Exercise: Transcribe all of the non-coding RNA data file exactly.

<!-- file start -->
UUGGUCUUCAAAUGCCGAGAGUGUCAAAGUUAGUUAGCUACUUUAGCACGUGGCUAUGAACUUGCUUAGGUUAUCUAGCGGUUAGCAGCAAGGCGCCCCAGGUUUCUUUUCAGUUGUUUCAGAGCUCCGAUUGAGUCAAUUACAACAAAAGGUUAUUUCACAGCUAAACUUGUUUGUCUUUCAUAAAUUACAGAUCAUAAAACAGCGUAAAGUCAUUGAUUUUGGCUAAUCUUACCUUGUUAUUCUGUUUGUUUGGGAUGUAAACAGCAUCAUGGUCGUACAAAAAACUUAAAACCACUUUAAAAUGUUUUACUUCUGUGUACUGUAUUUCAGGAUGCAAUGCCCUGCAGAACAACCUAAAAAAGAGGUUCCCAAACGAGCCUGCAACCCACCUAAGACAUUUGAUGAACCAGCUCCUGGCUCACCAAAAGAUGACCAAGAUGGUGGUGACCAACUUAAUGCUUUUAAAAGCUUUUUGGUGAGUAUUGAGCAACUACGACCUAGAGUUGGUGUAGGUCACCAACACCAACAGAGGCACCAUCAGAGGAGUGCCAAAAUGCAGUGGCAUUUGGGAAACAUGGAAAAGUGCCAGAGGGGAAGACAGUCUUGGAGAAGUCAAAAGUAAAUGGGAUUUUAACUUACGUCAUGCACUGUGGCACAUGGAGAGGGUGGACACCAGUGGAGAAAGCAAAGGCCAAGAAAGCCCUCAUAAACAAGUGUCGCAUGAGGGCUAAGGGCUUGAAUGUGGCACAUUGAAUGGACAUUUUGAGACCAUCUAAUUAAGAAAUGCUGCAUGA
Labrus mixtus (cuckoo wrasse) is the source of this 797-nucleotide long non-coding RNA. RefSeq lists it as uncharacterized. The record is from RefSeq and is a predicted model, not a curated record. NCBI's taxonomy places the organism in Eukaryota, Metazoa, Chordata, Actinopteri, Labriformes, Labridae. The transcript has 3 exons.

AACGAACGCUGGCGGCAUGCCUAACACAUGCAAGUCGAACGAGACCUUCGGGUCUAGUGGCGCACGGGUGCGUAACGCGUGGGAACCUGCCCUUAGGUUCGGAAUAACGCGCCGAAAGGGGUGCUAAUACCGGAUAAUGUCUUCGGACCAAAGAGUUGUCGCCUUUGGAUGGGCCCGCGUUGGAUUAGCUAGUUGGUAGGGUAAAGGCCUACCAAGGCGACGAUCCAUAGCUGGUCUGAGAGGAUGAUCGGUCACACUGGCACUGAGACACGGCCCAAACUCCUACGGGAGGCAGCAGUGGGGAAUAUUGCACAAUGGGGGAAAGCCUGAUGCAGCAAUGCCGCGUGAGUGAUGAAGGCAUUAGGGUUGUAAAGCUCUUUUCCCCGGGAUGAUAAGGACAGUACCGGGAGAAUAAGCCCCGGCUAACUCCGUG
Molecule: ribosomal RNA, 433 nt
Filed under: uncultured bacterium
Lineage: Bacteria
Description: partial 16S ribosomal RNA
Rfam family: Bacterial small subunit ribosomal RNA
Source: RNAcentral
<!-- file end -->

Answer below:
UUGGUCUUCAAAUGCCGAGAGUGUCAAAGUUAGUUAGCUACUUUAGCACGUGGCUAUGAACUUGCUUAGGUUAUCUAGCGGUUAGCAGCAAGGCGCCCCAGGUUUCUUUUCAGUUGUUUCAGAGCUCCGAUUGAGUCAAUUACAACAAAAGGUUAUUUCACAGCUAAACUUGUUUGUCUUUCAUAAAUUACAGAUCAUAAAACAGCGUAAAGUCAUUGAUUUUGGCUAAUCUUACCUUGUUAUUCUGUUUGUUUGGGAUGUAAACAGCAUCAUGGUCGUACAAAAAACUUAAAACCACUUUAAAAUGUUUUACUUCUGUGUACUGUAUUUCAGGAUGCAAUGCCCUGCAGAACAACCUAAAAAAGAGGUUCCCAAACGAGCCUGCAACCCACCUAAGACAUUUGAUGAACCAGCUCCUGGCUCACCAAAAGAUGACCAAGAUGGUGGUGACCAACUUAAUGCUUUUAAAAGCUUUUUGGUGAGUAUUGAGCAACUACGACCUAGAGUUGGUGUAGGUCACCAACACCAACAGAGGCACCAUCAGAGGAGUGCCAAAAUGCAGUGGCAUUUGGGAAACAUGGAAAAGUGCCAGAGGGGAAGACAGUCUUGGAGAAGUCAAAAGUAAAUGGGAUUUUAACUUACGUCAUGCACUGUGGCACAUGGAGAGGGUGGACACCAGUGGAGAAAGCAAAGGCCAAGAAAGCCCUCAUAAACAAGUGUCGCAUGAGGGCUAAGGGCUUGAAUGUGGCACAUUGAAUGGACAUUUUGAGACCAUCUAAUUAAGAAAUGCUGCAUGA
Labrus mixtus (cuckoo wrasse) is the source of this 797-nucleotide long non-coding RNA. RefSeq lists it as uncharacterized. The record is from RefSeq and is a predicted model, not a curated record. NCBI's taxonomy places the organism in Eukaryota, Metazoa, Chordata, Actinopteri, Labriformes, Labridae. The transcript has 3 exons.

AACGAACGCUGGCGGCAUGCCUAACACAUGCAAGUCGAACGAGACCUUCGGGUCUAGUGGCGCACGGGUGCGUAACGCGUGGGAACCUGCCCUUAGGUUCGGAAUAACGCGCCGAAAGGGGUGCUAAUACCGGAUAAUGUCUUCGGACCAAAGAGUUGUCGCCUUUGGAUGGGCCCGCGUUGGAUUAGCUAGUUGGUAGGGUAAAGGCCUACCAAGGCGACGAUCCAUAGCUGGUCUGAGAGGAUGAUCGGUCACACUGGCACUGAGACACGGCCCAAACUCCUACGGGAGGCAGCAGUGGGGAAUAUUGCACAAUGGGGGAAAGCCUGAUGCAGCAAUGCCGCGUGAGUGAUGAAGGCAUUAGGGUUGUAAAGCUCUUUUCCCCGGGAUGAUAAGGACAGUACCGGGAGAAUAAGCCCCGGCUAACUCCGUG
Molecule: ribosomal RNA, 433 nt
Filed under: uncultured bacterium
Lineage: Bacteria
Description: partial 16S ribosomal RNA
Rfam family: Bacterial small subunit ribosomal RNA
Source: RNAcentral